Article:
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Process improvements, strong sector advocacy and

positive collaboration with stakeholders were highlights

in the complex area of planning.




The MAV continued to be an

active participant in the

Development Assessment Forum

(DAF), which aims to reduce

compliance burdens and enable

more flexible regulatory systems.

Projects undertaken in 2006/07

provided useful input to many of

the process improvement

projects involving local

government. These included:

· Objective Rules and Tests,

which examines methodology

for the development and

application of objective rules

and tests for permit

assessment against local

government planning policy.

· Track Based Assessment,

which analyses and creates

guidelines for development

‘tracks’ for applications in

each jurisdiction

· Benchmarking, which provides

each state and territory with

indications of the best practice

options available, and

· Electronic Development

Assessment, a national

communication protocol to

facilitate the electronic

processing of development


The e-Planning project was

finalised in early 2007, with

delivery of a five-year strategy,

the e-Planning Roadmap, which

will guide future development

of planning systems in Victoria.

Agreement was reached to

enter a Memorandum of

Understanding with the

Department of Sustainability

and Environment for the

implementation of the

e-Planning Roadmap, which

resulted in a successful $1.2

million budget bid to enable the

extension of the electronic

planning applications system to

handle all planning application

types. Funding was also

provided to the MAV to support

councils with the implementation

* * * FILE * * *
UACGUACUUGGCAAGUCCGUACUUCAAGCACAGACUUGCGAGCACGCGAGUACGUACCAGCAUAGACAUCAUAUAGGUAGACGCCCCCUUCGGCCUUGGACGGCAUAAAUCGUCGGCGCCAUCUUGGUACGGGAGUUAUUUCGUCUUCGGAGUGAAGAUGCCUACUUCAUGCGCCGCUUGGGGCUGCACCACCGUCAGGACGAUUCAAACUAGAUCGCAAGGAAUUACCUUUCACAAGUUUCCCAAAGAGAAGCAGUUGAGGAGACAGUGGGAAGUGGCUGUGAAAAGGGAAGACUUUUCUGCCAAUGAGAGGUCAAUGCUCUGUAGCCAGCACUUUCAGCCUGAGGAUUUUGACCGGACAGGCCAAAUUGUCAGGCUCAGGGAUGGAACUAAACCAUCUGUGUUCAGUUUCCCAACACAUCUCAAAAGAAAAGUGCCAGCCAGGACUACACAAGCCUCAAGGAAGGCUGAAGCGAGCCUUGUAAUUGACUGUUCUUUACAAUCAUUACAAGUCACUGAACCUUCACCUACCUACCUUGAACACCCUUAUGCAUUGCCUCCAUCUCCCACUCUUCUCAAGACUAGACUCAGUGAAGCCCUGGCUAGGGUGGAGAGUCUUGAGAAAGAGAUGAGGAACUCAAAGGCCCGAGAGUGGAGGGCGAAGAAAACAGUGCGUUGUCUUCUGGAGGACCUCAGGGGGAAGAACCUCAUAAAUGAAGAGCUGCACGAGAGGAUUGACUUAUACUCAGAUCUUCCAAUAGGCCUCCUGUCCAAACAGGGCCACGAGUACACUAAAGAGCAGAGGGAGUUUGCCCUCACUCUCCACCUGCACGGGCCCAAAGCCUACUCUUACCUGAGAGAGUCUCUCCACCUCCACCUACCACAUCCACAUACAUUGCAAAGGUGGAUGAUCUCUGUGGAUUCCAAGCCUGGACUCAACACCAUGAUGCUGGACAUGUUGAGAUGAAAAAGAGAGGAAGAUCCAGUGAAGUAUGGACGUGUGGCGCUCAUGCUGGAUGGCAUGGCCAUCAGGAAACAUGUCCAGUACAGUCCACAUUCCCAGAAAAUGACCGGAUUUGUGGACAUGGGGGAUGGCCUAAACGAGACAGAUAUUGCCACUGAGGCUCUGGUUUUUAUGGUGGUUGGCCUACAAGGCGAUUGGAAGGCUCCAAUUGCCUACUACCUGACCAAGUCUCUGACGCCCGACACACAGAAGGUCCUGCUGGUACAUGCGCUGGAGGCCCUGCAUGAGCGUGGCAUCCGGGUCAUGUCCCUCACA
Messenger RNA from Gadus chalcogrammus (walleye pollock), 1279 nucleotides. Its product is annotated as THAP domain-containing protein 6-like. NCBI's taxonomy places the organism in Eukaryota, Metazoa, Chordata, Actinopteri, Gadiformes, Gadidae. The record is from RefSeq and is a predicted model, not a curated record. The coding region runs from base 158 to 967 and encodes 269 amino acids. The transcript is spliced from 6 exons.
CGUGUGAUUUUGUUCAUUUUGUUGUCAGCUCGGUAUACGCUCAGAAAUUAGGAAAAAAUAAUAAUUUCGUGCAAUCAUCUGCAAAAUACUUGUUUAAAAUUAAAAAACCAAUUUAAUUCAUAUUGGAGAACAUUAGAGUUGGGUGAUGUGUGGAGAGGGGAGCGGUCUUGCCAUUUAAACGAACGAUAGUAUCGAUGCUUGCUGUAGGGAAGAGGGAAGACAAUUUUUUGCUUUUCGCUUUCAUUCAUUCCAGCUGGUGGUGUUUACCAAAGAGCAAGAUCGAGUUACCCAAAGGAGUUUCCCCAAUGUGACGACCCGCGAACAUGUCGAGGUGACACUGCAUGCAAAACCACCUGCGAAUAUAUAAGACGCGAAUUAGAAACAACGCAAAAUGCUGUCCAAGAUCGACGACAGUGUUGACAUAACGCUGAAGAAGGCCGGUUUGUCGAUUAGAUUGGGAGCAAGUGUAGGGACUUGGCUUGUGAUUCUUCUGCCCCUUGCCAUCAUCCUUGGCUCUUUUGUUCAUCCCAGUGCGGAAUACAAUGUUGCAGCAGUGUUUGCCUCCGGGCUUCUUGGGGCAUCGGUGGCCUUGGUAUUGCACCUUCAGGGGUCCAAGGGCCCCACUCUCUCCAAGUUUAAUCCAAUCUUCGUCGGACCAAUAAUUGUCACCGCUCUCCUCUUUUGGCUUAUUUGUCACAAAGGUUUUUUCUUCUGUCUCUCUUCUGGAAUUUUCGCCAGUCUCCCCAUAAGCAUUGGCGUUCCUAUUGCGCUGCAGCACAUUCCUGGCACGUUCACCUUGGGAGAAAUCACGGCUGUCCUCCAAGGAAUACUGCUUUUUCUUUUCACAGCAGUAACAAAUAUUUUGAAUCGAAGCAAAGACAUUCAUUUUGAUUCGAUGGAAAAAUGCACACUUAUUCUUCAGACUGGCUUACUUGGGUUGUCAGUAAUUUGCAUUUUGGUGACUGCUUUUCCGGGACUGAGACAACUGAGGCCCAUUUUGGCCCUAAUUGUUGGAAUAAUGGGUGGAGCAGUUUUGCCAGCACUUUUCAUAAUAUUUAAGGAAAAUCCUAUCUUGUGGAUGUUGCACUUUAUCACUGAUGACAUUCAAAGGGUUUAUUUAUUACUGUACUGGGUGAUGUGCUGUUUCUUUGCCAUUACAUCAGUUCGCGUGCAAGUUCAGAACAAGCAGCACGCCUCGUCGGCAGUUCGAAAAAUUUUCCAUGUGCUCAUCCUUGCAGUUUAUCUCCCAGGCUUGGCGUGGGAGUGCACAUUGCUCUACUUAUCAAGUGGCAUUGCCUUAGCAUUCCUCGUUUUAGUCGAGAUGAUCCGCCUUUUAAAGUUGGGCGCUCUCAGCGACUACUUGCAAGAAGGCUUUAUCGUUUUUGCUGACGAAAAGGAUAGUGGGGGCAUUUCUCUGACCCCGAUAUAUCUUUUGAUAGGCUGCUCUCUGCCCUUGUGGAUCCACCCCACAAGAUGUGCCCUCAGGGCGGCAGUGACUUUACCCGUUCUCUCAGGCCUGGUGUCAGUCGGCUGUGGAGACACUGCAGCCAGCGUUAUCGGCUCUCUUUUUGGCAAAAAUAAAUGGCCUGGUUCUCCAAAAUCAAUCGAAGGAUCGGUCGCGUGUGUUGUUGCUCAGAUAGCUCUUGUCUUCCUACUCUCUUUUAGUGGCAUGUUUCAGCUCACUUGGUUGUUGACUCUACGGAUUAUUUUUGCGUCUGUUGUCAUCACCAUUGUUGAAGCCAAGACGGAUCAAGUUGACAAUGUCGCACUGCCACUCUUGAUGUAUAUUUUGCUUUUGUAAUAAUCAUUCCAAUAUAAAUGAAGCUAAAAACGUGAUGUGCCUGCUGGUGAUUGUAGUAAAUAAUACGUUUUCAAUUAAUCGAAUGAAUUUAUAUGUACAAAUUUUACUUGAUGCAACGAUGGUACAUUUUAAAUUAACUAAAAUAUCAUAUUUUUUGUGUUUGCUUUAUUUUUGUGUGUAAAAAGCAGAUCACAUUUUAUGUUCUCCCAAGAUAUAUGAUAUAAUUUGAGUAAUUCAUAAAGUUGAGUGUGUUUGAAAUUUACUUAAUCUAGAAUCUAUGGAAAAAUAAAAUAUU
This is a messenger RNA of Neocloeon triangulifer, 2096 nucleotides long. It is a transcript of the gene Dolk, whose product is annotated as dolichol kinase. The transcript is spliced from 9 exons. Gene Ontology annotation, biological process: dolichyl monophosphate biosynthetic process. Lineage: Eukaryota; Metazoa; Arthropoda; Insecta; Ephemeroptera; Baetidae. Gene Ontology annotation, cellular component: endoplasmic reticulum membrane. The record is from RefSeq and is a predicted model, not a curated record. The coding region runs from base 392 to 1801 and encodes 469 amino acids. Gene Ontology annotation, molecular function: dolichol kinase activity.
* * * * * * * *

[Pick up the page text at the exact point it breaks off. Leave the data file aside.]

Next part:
of ‘Cutting Red Tape’ projects,

including e-Planning. Progress

was made in improving

integration with other local

government e-services projects

such as the NeDA project

and EasyBiz.




MAV CEO Rob Spence

continued as a Board Member

of the Growth Areas Authority

(GAA), which worked with the

six interface councils that cover

Melbourne’s five growth areas

on Growth Area Framework

Plans and Precinct Structure

Plans, and explored ways to

reduce the administrative burden

of growth area development.

Councils continued to be

concerned by pressure for urban

use in the green wedge areas

that encircle Melbourne, and

the MAV sought to build

relationships with staff of the

GAA to progress this ongoing

issue. The MAV also worked

with the GAA on the Creating

Liveable New Communities

project, which aims to provide

planning guidance for

developers and councils.

The provision for the state to

collect developer contribution

charges to bring forward state

infrastructure and services in

growth areas did not progress

as quickly as was originally

envisaged and work will

continue on resolving this issue.


The MAV successfully lobbied

the State Government to provide

technical and financial

assistance for councils in

implementing the new Victorian

Aboriginal heritage protection

framework. The assistance

included funding for mapping

of culturally sensitive areas, an

implementation officer located

in the MAV, training for council

officers, advisory information

and advice from Aboriginal

Affairs Victoria. The MAV was

also pleased to see that many

of the matters raised in its

submission were adopted by

the State Government, notably

the change to the transitional

arrangements, which ensured

that all permit applications

lodged at the commencement